MND research goes global

FHMRI researcher Associate Professor Mary-Louise Rogers has received a further $490,000 in valuable funding from leading Australian funding organisation FightMND.

FightMND’s vision is a world without motor neurone disease (or ALS), and is the largest independent funder of MND/ALS research in Australia.

The latest round of $13.4 million in funding includes a Collaborative Initiative grant to the MND and Neurotrophic Research (MND&NR) Lab at Flinders University.

Associate Professor Rogers’ team is working on a biomarker ‘fingerprint’ for MND to fast-track diagnosis and identify causes of the disease and will now will work with preModi Initiatives in Germany (led by Professor Paul Lingor of the Technical University of Munich) and Professor Anna King of the Wicking Institute (University of Tasmania).

Members of the Flinders University MND research team (left to right) PhD candidate Vassilios Karnaros, research assistant Dani Renfrey, PhD student Megan Dubowsky, MND&NR Lab leader Associate Professor Mary-Louise Rogers (Lab Head) and postdoc Dr Stephanie Shepheard at the Ian Davis Flinders University Biomarker Facility, College of Medicine and Public Health.

Flinders lab leader and Principal Research Fellow Associate Professor Rogers says the project utilises the Ian Davis Flinders University Biomarker Facility (pictured), named in honour of the late co-founder of FightMND, Dr Ian Davis OAM.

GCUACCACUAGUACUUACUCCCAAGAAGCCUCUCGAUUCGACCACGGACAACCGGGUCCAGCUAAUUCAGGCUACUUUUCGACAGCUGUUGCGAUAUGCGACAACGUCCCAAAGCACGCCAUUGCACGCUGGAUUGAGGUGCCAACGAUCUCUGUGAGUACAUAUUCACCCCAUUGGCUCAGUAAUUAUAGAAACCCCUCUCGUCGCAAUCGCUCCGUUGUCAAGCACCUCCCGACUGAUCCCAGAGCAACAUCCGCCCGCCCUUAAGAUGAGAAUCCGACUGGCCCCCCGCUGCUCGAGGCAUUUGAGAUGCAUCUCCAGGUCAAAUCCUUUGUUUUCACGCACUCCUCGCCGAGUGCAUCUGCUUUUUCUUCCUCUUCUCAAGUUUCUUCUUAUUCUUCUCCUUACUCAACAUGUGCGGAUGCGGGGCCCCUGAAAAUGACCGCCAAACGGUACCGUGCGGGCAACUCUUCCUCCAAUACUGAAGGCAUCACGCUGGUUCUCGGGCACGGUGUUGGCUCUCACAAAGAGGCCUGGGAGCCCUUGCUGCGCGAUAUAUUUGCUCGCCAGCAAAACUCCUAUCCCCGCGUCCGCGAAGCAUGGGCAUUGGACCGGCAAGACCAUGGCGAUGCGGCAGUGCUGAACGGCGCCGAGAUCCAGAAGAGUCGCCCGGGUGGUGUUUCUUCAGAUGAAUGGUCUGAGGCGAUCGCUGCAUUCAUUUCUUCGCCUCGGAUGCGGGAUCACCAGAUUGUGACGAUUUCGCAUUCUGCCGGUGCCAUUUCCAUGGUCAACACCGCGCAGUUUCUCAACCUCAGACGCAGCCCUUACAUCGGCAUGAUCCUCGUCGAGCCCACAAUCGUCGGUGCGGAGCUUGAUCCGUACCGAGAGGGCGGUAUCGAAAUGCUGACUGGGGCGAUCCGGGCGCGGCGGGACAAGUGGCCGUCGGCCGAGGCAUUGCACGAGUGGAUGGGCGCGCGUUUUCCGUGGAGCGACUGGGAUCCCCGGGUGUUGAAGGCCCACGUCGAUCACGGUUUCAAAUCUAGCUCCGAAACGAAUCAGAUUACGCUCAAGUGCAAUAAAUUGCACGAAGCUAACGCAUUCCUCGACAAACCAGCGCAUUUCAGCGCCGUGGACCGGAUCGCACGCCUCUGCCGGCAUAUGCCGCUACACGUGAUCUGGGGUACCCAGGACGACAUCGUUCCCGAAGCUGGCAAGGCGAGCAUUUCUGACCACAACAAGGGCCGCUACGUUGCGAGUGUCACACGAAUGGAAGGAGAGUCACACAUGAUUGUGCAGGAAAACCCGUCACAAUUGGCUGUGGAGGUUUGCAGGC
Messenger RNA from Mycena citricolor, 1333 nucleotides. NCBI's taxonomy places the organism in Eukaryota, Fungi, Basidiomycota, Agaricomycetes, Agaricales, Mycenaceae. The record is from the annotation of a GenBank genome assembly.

“This is an exciting opportunity to work collaboratively with MND researchers in Europe and Australia to, for the first time, identify an ‘early signature or fingerprint’ of MND,” she says.

Biomarkers are molecules that detect or confirm the presence of a specific disease. There are currently no biomarkers specific to MND in clinical use, which can delay diagnosis in patients by more than 12 months.

This innovative collaboration aims to overcome this barrier by expanding the Flinders University research into developing a signature of early MND by measuring specific markers in body fluid including urine, blood and brain fluids.

“Our large collaborative project may uncover a biomarker signature that increases the efficiency of future clinical trials by enabling earlier diagnosis, and thus a longer window where therapy can be effective,” says Associate Professor Rogers.

“For pre-familial MND, an early fingerprint also provides a decision tool for an earlier start of effective therapy than available.”

Fight MND Collaborative Initiative projects aim to establish new or expand on existing MND research programs, platforms and initiatives that enable researchers to collect, share and analyse data and drive collaboration with a range of stakeholders to deliver patient-focused initiatives.

FightMND’s 2023 grant round opened on November 3, 2022 with funding opportunities for both national and international researchers through a number of research schemes.

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College of Medicine and Public Health FHMRI Neuroscience Flinders Health and Medical Research Institute International Research

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